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The UK’s Office of Fair Trading (OFT) is launching an investigation into behavioral targeting of Internet ads, in an effort to ensure that consumers are protected from unfair practices.
The study will look broadly at all forms of online ad targeting in the UK market, but is understood to focus on behavioral targeting in particular.
The OFT’s announcement followed a three-week consultation period in fall 2009, during which members of the public and other interested parties were invited to give their views on how the OFT should conduct its evaluation.
Most marketers and publishers are eager to exploit online ad targeting, provided that the technology involved is robust and affordable. One-quarter of marketers polled by the European Interactive Advertising Association (EIAA) said they planned to use more behavioral targeting in 2009 than in previous years.
But large-scale implementations have been dogged by two issues: consumer ambivalence and legal hurdles.
The recent history of Phorm, a leading provider of “personalization technology”, is a case in point. The company was slammed (along with telecoms operator BT) for running secret trials involving tens of thousands of Web users in southern England in 2007. Since then Phorm has modified its approach and refined its technology to meet the demands of EU officials, who are charged with enforcing some of the world’s most stringent data privacy laws. Nonetheless, talks with potential ISP partners and online publishers have not yet brought Phorm into the market as an active player. The new OFT investigation will not help.
Consumers too are proving undecided in the face of online targeting. Several surveys have indicated that Web users were happy to be shown ads reflecting their browsing behavior.
But other studies pointed to doubts about the real nature—and potential dangers—of such analysis. For example, a mid-2008 poll of UK mobile phone users found they were more negative than positive about receiving behaviorally targeted ads on search engines, ads based on their online habits, or automated suggestions for new contacts on social networks. And consumers in the US may be averse to targeting, too.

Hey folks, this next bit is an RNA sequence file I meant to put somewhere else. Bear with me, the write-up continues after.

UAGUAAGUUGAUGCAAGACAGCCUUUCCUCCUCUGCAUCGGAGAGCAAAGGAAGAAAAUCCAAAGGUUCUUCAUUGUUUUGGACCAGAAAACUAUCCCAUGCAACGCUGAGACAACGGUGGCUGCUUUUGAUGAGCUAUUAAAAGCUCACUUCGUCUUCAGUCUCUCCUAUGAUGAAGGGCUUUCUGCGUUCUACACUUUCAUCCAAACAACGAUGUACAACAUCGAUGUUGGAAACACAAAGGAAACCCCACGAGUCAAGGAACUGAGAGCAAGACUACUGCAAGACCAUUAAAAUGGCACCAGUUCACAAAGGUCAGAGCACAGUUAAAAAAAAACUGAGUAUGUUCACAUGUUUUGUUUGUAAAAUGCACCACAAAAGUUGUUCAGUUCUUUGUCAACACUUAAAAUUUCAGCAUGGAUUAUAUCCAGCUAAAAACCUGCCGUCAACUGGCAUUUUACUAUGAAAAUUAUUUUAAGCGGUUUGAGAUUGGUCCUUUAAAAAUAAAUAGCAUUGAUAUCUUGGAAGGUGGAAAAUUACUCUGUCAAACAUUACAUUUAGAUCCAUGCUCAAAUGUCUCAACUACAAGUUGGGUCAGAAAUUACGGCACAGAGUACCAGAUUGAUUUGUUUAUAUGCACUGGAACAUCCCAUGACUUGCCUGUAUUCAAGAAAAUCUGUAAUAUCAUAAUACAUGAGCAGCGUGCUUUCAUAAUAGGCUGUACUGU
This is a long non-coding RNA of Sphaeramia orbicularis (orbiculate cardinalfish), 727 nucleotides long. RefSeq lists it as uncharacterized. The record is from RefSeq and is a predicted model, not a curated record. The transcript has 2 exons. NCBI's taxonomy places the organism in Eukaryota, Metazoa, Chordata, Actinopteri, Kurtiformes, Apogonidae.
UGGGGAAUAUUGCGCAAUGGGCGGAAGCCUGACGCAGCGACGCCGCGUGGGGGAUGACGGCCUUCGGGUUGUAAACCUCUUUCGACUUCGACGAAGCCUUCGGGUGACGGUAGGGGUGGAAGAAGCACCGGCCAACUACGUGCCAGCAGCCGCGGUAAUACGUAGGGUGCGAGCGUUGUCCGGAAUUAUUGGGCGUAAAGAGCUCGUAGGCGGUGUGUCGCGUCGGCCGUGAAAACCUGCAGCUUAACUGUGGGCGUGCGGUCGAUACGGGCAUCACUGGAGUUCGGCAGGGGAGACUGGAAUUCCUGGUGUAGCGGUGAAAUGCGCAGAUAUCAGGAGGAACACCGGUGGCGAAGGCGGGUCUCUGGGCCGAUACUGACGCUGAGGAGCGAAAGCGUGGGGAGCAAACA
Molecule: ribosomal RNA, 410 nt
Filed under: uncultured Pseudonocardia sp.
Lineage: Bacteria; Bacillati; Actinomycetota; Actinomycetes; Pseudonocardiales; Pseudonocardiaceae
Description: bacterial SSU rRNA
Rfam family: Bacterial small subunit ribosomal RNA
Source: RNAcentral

Behavioral targeting is very tricky territory for everyone. Advertisers, publishers and ISPs all stand to gain enormously from technology that delivers relevant results to Web users. But many consumers are not convinced that their data will be kept safe and secure, and never traced back to them as individuals or households. Such doubts are amplified when they hear that the UK Information Commissioner and the European Commission continue to be concerned about targeting. The OFT investigation may be a watershed event.
The online ad probe is one of two studies announced by the OFT for final publication next year. The second will turn the spotlight on potentially misleading pricing practices online. In both cases, the OFT’s conclusions may lead to more restrictive laws or regulations, and the Competition Commission may investigate any firms that appear to be involved in anti-competitive activity.
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Check out today’s other article, “Fee vs. Free for Online Video.”
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